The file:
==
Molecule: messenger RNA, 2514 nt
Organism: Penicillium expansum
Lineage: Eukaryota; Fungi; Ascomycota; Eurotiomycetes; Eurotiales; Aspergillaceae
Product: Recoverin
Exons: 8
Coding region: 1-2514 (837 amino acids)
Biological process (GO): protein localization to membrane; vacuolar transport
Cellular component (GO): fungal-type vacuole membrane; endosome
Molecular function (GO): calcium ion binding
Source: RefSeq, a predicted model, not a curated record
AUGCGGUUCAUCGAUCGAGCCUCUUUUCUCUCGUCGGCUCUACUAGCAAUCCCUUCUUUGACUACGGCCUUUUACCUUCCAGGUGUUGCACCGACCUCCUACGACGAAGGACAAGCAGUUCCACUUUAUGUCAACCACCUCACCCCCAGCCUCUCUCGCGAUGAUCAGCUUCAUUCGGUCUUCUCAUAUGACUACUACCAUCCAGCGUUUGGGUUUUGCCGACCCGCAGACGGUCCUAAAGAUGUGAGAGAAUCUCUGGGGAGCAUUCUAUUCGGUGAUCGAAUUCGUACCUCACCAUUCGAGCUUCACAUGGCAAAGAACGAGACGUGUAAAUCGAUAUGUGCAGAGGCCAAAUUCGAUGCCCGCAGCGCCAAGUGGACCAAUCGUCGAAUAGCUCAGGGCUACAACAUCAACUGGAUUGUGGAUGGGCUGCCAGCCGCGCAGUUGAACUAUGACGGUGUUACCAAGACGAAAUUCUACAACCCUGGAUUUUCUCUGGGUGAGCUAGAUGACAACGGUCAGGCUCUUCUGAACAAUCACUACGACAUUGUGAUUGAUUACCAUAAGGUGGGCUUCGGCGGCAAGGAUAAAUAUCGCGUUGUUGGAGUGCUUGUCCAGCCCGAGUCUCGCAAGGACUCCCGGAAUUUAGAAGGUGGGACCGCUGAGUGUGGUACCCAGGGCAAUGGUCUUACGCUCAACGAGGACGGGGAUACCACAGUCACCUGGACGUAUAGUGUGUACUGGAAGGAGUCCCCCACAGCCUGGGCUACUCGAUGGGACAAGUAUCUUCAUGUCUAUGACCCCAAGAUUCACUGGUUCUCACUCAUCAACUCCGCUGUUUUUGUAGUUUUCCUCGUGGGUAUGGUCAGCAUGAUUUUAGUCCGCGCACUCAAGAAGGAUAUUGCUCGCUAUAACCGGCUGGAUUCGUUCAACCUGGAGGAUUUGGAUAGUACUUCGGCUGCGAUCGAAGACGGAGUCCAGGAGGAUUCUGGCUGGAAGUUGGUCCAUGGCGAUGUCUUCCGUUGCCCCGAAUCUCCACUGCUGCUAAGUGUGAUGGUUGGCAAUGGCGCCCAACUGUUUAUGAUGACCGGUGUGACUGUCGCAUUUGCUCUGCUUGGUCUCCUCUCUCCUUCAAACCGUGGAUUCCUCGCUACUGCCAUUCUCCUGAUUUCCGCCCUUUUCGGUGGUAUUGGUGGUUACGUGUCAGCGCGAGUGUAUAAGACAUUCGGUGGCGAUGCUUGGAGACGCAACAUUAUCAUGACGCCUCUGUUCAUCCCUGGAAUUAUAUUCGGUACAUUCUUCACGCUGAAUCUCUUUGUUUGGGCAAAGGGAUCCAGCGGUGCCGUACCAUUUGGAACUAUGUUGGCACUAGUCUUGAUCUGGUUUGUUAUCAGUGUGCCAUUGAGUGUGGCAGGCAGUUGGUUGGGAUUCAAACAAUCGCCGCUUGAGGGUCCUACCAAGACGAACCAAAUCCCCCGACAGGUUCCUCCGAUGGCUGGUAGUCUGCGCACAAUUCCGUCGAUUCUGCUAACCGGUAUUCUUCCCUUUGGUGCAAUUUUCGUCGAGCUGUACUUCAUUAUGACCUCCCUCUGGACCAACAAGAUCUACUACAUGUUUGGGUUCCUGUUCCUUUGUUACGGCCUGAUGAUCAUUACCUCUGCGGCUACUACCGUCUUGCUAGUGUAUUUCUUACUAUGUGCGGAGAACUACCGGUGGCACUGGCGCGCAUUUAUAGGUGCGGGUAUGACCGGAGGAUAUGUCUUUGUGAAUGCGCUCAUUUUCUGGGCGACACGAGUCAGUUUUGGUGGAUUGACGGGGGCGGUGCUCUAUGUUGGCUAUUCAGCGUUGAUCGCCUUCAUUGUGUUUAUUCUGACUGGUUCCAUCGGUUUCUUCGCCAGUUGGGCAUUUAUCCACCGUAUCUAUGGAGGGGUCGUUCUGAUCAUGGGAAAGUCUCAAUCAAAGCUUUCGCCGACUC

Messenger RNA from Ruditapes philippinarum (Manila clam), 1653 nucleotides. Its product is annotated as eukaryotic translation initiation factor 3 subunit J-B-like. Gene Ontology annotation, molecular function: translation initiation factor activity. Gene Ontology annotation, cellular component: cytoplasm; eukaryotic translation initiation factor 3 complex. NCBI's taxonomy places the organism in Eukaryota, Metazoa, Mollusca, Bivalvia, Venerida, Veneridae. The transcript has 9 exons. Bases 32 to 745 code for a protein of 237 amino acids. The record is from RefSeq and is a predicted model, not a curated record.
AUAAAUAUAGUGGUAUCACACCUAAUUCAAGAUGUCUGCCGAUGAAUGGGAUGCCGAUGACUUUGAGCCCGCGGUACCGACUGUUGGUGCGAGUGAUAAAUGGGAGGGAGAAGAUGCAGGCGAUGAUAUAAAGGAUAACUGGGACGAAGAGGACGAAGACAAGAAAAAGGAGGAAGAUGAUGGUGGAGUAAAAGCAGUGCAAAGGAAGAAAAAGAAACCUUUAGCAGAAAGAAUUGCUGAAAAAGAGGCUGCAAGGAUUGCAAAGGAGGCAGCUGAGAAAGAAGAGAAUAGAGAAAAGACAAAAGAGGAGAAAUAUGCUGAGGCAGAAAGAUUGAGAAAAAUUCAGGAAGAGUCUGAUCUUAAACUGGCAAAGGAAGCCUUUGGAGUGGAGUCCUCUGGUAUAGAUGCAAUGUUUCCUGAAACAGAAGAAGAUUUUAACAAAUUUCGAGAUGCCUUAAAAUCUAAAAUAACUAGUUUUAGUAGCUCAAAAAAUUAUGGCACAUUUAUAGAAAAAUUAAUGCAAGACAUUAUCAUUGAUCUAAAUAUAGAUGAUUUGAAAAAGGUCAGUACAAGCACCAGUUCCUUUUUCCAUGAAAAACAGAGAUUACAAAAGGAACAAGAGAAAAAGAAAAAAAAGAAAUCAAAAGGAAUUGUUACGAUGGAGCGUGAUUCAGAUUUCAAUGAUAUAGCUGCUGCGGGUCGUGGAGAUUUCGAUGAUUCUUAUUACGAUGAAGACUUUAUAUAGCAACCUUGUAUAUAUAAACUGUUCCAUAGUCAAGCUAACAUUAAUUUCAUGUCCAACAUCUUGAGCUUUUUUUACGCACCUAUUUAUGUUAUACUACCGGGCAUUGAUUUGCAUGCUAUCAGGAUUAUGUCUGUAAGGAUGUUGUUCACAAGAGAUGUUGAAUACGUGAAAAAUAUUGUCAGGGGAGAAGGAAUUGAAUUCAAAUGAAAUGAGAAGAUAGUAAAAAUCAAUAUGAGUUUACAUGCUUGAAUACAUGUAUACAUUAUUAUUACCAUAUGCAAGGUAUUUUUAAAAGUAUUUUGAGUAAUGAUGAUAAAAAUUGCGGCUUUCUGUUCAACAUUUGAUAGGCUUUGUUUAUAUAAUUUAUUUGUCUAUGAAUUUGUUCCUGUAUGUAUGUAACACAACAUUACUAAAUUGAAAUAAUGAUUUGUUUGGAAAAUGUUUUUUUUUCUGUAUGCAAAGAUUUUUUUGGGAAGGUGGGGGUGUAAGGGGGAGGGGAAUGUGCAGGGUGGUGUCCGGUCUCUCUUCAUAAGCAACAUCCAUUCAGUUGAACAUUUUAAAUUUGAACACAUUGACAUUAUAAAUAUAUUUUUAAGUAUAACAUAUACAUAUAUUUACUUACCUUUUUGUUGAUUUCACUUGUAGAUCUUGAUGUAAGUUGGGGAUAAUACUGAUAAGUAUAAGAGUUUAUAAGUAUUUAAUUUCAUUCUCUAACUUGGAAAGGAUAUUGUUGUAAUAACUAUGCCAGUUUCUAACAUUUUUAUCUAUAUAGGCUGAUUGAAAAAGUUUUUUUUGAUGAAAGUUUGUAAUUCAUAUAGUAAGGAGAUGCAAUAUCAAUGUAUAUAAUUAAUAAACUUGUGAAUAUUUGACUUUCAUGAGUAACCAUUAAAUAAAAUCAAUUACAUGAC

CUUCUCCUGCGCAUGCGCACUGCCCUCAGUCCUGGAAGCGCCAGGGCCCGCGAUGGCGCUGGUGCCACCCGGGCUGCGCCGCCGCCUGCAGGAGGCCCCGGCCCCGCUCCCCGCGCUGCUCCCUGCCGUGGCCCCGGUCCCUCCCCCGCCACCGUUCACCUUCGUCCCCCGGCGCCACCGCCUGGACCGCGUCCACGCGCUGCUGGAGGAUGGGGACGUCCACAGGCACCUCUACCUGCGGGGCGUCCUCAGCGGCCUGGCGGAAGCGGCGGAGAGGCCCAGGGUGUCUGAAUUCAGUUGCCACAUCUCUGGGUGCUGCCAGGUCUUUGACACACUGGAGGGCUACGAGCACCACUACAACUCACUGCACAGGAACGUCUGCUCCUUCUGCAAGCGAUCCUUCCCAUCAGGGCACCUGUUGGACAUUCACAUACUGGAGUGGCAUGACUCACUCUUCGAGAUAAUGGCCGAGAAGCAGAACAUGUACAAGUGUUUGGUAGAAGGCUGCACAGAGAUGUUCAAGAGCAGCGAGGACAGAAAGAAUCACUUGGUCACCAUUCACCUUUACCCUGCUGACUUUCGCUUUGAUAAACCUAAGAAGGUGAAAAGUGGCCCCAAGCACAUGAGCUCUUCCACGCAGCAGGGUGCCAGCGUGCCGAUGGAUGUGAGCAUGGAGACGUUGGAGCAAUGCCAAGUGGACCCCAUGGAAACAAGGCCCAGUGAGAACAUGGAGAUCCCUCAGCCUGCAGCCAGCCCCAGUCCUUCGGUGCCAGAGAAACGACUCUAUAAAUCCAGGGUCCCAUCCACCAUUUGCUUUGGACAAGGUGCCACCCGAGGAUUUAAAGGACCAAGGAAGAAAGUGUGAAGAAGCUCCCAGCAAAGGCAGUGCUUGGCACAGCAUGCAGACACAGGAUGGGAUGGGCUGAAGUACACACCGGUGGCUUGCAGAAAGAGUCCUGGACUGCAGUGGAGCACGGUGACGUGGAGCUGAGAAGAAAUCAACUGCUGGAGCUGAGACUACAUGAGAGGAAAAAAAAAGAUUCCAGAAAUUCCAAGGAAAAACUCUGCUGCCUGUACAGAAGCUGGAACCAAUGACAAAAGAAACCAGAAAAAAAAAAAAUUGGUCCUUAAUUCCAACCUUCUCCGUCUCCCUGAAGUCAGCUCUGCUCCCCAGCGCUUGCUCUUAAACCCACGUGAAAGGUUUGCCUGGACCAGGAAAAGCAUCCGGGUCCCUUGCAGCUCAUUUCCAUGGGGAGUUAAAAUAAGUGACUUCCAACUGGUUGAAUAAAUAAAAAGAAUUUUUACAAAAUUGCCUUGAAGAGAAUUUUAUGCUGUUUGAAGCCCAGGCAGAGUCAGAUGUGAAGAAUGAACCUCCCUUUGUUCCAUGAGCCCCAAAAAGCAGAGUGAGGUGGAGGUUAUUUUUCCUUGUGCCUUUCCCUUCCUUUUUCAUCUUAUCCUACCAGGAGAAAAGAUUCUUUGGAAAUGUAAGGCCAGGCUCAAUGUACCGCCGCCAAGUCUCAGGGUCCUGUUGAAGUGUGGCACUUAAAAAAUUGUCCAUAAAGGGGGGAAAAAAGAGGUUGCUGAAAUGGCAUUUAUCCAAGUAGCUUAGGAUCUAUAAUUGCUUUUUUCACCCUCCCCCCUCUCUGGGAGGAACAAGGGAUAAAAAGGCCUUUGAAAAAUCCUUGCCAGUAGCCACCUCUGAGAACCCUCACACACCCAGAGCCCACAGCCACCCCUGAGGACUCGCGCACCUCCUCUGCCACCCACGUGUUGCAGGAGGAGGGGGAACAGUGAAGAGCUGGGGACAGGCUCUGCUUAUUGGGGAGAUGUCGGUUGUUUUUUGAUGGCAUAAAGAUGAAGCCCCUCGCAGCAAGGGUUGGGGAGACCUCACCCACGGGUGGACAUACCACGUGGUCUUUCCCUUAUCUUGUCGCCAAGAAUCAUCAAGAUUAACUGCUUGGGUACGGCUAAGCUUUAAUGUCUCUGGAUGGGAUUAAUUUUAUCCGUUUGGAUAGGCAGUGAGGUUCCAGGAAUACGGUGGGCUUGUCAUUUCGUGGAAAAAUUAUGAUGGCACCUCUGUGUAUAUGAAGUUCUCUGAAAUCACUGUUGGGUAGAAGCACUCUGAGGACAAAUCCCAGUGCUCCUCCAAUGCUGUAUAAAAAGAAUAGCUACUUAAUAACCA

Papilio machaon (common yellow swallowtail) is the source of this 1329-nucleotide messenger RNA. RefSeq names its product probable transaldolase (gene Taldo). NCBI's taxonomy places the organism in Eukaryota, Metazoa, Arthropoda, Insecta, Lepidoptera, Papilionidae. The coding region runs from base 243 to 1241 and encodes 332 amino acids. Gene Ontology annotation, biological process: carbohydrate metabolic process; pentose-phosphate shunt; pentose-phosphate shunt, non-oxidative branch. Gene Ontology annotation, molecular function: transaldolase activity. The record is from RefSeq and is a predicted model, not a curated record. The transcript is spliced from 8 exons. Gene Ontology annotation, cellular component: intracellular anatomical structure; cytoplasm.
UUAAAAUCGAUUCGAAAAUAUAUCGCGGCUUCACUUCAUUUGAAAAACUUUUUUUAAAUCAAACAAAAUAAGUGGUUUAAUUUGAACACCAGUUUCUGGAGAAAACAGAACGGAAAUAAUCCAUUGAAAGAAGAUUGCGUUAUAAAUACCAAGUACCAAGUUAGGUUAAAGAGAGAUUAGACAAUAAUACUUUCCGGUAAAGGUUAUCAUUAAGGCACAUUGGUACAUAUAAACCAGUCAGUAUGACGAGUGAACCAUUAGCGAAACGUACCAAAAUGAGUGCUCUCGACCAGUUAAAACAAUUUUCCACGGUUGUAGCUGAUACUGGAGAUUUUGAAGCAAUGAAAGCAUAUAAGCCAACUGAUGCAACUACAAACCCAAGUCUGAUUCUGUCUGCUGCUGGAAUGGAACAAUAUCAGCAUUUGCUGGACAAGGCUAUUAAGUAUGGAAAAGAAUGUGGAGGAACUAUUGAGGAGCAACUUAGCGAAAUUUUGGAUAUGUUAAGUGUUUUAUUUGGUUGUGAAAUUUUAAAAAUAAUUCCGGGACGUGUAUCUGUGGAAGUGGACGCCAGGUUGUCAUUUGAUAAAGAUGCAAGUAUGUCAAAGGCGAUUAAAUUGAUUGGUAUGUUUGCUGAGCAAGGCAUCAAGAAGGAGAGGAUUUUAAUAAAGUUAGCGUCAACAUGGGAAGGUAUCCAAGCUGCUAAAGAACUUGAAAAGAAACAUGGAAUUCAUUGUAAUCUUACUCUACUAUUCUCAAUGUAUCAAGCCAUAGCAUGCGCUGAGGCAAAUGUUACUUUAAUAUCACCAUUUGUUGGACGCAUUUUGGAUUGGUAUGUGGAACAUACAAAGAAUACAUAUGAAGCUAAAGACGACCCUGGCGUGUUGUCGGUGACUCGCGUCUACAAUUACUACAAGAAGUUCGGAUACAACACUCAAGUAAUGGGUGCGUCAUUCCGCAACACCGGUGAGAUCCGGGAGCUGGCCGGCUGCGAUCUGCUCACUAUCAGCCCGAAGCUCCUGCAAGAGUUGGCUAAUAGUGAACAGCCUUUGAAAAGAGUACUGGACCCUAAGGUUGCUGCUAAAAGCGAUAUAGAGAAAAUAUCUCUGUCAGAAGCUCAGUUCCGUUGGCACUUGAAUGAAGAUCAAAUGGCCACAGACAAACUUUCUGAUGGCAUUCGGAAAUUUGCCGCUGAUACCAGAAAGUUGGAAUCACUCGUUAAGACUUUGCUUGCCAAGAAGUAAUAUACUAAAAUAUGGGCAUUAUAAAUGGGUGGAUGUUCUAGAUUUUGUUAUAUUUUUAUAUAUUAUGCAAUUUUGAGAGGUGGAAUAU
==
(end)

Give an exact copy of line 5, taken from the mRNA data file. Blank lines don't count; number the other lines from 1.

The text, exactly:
Exons: 8